“A hundred and fifty-one!” the cautious Hardy added.
The face of Lopez was a study; but they were so excited that they did not look at him. Angela rushed to her father and clasped his arm when she heard his last raise. “That’s right, father. Don’t let him get it!”
“Don’t worry,” he reassured her, and patted her little hand, so warm on his arm. He turned to Pell. “You city fellers needn’t think you can come down here and put it all over us.”
“Nevertheless,” said Morgan Pell, “I’ll just bid a hundred and seventy-five thousand.”
“Then I’ll make it a hundred and eighty!” his antagonist stated.
Quick as a flash, “A hundred and ninety,” Pell said.
“Two hundred, by darn!” yelled Hardy, furious now.
“Two hundred and—” Pell began; when Lopez, to their amazement, rapped on the table with his gun, as though he were an auctioneer and this his gavel, “Senors!” he shouted. “It is enough!”
Everyone was dumbfounded, “Enough?” Hardy inquired, unbelieving.
“Too much!” Lopez explained.
“What’s the idea?” Pell, shrewder than before, wanted to know. His brow contracted. So there was a fly in the ointment, after all!
“Ze idea, my friend, is zis,” Lopez calmly stated. “I am not interest in pieces of paper. I do not accep’ checks. Also I am no damn fool! You sink I sink you bring back two ’ondred sousand dollar? Two ’ondred sousand soldier, mebbe! But two ’ondred sousand dollar! Pah!” and he made a gesture of disgust, and crushed the paper in his hand and let it fall on the floor under the table.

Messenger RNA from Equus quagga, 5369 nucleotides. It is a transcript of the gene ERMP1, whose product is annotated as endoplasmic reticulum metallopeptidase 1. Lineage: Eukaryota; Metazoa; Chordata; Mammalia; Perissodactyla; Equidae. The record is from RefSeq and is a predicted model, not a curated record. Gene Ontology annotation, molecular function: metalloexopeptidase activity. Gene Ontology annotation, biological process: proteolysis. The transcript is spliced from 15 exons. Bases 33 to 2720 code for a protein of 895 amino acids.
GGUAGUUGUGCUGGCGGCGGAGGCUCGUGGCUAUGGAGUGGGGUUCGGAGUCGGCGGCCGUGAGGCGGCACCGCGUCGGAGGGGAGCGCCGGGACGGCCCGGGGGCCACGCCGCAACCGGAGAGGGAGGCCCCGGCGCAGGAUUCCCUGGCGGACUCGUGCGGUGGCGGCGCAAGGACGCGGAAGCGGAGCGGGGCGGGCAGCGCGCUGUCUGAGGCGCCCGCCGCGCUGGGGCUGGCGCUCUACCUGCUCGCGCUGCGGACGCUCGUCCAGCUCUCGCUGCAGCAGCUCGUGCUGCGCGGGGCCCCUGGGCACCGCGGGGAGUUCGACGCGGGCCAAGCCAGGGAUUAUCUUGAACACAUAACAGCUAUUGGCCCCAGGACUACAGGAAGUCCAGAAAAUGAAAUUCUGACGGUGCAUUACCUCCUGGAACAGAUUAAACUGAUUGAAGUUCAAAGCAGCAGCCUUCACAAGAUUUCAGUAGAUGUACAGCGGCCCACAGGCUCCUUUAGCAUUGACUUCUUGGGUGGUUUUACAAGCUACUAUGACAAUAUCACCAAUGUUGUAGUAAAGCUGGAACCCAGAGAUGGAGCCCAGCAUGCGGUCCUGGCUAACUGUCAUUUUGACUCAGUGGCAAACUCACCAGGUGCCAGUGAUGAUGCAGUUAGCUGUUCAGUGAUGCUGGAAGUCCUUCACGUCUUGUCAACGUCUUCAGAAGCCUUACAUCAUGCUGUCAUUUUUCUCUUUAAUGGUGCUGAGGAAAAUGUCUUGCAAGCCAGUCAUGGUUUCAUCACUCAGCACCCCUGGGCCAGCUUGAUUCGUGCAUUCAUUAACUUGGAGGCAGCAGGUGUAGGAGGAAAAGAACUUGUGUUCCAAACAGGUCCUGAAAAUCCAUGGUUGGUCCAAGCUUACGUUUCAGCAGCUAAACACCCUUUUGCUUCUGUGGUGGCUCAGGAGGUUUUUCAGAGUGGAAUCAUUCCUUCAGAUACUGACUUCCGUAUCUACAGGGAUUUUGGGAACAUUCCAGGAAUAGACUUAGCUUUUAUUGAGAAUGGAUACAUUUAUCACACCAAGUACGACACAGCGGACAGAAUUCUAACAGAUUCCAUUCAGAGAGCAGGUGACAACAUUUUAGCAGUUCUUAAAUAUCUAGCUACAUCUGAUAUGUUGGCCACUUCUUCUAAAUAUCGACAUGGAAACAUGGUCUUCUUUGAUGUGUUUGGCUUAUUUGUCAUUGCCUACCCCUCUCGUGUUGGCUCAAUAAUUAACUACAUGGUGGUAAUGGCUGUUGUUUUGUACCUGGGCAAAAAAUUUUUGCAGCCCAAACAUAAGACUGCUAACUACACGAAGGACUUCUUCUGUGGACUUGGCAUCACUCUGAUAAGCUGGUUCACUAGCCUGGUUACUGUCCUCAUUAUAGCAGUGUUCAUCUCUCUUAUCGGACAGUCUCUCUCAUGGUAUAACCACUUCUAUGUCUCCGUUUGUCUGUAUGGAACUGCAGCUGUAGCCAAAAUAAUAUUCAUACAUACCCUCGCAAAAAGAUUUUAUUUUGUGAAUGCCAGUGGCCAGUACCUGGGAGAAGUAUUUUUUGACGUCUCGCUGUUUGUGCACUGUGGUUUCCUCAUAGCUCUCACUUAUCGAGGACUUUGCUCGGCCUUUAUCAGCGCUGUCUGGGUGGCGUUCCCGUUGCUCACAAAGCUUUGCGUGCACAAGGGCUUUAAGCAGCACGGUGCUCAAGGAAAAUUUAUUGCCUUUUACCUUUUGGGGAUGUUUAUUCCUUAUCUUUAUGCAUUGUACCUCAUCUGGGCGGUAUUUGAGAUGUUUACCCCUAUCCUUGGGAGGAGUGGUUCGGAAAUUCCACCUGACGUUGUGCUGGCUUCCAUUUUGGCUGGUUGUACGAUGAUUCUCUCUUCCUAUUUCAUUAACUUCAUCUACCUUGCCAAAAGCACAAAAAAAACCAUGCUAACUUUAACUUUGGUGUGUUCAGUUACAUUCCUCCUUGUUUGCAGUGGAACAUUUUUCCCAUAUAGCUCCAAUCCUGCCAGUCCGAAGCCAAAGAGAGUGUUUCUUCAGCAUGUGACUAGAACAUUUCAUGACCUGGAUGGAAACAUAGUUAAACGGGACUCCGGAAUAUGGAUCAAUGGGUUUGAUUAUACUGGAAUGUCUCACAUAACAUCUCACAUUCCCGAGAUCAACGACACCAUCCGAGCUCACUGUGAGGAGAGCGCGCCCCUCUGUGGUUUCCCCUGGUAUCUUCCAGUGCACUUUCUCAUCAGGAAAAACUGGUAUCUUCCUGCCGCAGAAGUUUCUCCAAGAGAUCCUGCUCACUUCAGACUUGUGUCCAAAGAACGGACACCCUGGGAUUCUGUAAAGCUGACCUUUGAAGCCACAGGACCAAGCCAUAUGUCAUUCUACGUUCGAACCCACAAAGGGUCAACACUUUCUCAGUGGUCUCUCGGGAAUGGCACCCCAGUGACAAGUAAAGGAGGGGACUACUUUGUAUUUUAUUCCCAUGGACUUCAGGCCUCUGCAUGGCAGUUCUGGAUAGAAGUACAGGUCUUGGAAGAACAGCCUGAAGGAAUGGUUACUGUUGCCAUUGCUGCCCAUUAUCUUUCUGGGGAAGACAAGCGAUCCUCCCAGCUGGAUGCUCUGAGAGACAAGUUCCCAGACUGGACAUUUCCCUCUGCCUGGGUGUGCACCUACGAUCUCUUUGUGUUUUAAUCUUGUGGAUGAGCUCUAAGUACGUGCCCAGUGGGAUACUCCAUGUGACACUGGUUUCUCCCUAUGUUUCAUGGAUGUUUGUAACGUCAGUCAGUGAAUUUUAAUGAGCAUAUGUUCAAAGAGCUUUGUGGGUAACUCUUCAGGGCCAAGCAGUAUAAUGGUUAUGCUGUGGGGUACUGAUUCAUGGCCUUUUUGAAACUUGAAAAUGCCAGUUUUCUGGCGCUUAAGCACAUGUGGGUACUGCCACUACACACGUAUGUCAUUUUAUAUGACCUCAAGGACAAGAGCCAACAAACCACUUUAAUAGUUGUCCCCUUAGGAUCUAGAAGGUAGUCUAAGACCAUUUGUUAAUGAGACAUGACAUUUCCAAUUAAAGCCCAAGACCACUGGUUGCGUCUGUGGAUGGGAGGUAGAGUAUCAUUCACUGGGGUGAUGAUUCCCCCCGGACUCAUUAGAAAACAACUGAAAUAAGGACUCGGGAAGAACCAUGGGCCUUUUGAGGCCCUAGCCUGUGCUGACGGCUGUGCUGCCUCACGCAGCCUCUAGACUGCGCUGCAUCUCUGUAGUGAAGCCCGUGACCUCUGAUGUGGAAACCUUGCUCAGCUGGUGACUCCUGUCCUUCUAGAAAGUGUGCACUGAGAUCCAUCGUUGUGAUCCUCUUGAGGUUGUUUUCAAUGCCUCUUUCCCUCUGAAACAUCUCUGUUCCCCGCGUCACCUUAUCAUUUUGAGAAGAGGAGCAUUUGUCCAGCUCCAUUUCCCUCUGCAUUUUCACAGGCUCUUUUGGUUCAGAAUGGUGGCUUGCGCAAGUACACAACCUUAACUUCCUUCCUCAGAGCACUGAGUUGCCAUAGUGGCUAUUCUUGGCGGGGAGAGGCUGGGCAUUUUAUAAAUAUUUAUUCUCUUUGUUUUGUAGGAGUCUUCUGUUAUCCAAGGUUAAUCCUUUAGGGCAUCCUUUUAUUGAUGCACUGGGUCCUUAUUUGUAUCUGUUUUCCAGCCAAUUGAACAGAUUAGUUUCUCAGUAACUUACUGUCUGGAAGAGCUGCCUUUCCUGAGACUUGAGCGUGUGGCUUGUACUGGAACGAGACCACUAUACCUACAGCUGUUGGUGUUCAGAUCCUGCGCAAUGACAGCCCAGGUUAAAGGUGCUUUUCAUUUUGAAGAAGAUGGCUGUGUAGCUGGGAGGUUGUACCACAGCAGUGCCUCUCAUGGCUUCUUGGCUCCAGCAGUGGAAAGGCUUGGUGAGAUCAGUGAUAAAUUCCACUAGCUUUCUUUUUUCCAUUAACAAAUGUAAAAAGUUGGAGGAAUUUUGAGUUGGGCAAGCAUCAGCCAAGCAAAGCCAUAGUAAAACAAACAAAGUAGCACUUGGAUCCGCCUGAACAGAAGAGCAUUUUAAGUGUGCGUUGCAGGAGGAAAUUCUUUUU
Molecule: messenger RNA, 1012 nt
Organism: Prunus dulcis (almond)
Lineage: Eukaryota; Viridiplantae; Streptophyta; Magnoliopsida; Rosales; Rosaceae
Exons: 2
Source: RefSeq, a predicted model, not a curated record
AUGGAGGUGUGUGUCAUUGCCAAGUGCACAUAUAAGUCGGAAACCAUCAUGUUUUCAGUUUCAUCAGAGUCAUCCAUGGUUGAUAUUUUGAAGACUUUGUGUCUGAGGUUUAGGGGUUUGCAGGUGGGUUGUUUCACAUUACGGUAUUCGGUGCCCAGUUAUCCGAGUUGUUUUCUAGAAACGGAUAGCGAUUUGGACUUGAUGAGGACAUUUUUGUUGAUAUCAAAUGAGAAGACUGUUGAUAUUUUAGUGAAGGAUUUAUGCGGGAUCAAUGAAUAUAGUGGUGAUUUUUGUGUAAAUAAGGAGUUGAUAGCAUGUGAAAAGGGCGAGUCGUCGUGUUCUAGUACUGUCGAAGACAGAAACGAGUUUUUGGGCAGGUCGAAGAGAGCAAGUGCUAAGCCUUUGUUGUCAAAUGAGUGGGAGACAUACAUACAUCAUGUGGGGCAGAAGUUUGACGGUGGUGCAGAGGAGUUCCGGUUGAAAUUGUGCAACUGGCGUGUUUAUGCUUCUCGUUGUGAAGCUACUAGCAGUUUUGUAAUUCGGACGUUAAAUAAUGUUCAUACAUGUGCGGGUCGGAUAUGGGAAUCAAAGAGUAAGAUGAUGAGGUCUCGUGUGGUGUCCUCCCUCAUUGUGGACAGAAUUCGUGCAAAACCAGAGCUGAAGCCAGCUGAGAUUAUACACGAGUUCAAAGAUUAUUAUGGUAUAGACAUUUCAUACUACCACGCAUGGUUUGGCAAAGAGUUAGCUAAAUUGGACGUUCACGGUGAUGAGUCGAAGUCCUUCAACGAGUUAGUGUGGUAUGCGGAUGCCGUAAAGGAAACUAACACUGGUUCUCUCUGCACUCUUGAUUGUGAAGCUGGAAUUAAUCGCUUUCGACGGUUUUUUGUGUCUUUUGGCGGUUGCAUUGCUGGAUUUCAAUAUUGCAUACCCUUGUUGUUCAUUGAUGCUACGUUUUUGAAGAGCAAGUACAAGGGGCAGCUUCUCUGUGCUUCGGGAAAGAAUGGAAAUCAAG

“Then what’s the idea of this auction in the first place?” Pell asked, mad through and through that they had been tricked by this Mexican fool.
Lopez leaned back on the table. “To find out if you gentlemen was rich enough to make it worth my w’ile to take you wiz me and ’old you for ransom.” His eyes half closed. He was enjoying their discomfiture. There was nothing he liked more than to spring a surprise like this.
Pell and Hardy looked at each other, real terror in their faces now.
“Ransom!” the former cried.
“It is quite to be seen zat you are,” the bandit grinned. “Zis, if I may speak so, ’as been a lucky day for me!”
Pell turned to both Hardy and Lopez, and addressed them: “Bluffing, were you?”
Lopez was quick to retort: “And was you bluffing when you bidded ze two ’ondred sousand dollars?”
Hardy was agitated. “I’m afraid we were a bit hasty,” he tried to explain things away.
This tickled Uncle Henry’s bump of humor. He chuckled, and cried, “Ho, ho! Serves you both gol darn good and right!” He seemed to go into a spasm of laughter.
Pell’s chief concern now was to get out of the mess—to get away; to have everything settled. Lopez could probably be dealt with, man to man.
“Look here,” he suggested, in a direct attack, “can’t we settle things some way?”